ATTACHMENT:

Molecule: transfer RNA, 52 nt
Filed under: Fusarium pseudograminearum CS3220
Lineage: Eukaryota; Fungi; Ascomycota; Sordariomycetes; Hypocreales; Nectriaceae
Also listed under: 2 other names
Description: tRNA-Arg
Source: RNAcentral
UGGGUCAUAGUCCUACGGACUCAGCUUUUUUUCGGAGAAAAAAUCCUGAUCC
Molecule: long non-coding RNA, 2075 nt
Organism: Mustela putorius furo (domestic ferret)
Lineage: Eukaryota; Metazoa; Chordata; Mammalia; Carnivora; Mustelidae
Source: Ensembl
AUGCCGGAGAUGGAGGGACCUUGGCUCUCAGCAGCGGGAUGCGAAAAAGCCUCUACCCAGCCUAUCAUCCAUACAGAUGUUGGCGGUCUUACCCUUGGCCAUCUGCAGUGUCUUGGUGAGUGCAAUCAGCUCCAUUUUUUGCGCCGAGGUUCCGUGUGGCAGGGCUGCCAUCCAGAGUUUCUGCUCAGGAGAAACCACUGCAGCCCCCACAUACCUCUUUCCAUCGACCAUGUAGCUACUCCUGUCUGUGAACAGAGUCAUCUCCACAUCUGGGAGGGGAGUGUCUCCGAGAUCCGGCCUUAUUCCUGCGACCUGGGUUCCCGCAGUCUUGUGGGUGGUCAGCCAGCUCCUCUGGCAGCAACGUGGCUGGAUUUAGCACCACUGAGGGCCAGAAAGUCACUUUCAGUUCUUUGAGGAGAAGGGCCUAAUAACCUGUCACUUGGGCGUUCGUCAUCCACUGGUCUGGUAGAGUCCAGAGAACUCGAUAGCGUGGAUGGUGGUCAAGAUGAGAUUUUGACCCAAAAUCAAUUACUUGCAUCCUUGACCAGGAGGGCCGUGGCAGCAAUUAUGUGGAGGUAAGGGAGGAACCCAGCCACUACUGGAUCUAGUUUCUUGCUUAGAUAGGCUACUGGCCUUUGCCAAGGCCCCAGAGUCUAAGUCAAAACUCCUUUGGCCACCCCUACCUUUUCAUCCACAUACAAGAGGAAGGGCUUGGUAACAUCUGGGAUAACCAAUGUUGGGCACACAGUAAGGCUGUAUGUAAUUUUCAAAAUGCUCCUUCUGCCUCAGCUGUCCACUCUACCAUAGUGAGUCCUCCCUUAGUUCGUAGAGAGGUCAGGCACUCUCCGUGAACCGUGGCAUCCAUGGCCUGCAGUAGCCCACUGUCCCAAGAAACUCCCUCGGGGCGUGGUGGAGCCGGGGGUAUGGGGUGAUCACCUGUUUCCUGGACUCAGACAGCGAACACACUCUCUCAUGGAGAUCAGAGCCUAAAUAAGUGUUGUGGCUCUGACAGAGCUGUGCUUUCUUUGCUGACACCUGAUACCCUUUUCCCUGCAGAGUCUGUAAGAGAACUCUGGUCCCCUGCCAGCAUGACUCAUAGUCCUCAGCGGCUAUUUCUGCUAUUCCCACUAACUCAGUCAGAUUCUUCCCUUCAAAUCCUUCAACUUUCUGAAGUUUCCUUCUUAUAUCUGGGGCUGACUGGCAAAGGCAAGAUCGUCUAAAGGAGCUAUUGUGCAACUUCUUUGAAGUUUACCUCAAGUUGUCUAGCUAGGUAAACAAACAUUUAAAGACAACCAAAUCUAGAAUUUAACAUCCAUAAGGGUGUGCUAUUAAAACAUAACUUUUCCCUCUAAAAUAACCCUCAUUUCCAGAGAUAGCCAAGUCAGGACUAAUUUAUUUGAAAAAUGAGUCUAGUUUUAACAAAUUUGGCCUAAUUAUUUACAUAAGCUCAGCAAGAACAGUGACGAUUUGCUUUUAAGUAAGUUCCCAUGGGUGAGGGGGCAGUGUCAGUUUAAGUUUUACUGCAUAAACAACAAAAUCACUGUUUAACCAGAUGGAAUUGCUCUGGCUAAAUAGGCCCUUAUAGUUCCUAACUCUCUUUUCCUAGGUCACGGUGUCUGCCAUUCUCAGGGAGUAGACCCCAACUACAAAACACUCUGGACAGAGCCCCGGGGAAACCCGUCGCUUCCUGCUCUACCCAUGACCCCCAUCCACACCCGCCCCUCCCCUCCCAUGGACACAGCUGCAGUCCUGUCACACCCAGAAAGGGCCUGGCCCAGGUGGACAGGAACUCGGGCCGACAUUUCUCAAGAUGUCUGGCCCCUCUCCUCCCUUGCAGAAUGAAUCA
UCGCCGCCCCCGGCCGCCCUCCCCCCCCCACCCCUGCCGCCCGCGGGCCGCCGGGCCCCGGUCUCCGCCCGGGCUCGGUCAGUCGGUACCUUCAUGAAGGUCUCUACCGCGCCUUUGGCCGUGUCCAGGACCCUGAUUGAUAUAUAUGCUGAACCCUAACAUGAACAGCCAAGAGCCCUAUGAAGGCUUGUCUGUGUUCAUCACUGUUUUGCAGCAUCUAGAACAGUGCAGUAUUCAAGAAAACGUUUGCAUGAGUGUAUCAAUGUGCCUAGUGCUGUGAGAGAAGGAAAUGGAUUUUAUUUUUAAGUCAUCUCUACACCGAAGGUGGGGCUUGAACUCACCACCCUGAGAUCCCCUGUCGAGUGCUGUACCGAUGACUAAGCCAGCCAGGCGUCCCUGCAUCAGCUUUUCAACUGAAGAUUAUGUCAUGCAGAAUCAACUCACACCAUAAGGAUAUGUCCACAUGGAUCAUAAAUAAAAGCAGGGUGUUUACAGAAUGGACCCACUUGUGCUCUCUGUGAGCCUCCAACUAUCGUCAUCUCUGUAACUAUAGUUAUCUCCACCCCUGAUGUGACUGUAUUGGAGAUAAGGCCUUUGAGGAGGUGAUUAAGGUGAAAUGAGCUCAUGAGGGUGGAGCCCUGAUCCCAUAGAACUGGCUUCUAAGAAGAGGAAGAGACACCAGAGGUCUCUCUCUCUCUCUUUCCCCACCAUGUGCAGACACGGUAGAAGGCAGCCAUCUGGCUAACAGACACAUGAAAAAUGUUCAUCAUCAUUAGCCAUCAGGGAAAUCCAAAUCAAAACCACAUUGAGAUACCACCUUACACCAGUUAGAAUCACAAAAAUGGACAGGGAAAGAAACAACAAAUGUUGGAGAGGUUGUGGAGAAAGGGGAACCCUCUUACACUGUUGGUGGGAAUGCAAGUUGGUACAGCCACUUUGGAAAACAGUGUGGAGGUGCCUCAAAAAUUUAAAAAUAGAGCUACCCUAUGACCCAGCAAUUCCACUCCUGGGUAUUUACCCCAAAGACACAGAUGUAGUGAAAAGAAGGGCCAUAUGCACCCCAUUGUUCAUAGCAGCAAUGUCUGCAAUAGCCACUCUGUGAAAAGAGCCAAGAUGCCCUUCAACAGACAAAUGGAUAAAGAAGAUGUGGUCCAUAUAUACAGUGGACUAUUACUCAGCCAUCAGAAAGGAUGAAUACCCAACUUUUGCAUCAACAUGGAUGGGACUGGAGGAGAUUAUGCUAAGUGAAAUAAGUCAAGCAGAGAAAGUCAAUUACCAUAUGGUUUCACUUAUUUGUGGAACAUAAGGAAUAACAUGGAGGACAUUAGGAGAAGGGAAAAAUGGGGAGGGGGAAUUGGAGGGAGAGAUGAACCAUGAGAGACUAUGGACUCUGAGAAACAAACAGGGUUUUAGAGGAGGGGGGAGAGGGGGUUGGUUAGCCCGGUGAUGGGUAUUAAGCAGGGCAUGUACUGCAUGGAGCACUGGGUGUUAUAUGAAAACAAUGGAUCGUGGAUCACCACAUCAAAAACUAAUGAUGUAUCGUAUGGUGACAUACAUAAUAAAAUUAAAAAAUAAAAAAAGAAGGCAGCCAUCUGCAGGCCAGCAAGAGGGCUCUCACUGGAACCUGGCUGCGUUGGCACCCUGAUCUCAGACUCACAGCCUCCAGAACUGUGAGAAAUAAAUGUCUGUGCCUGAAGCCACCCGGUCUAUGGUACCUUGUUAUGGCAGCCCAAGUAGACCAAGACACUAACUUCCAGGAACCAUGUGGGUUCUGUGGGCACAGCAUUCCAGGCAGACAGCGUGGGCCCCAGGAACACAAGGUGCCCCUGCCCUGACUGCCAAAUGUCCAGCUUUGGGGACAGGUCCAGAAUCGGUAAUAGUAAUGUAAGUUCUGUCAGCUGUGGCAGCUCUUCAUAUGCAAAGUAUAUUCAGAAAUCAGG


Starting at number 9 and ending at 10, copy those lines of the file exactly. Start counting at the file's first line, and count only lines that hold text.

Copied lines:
Organism: Mustela putorius furo (domestic ferret)
Lineage: Eukaryota; Metazoa; Chordata; Mammalia; Carnivora; Mustelidae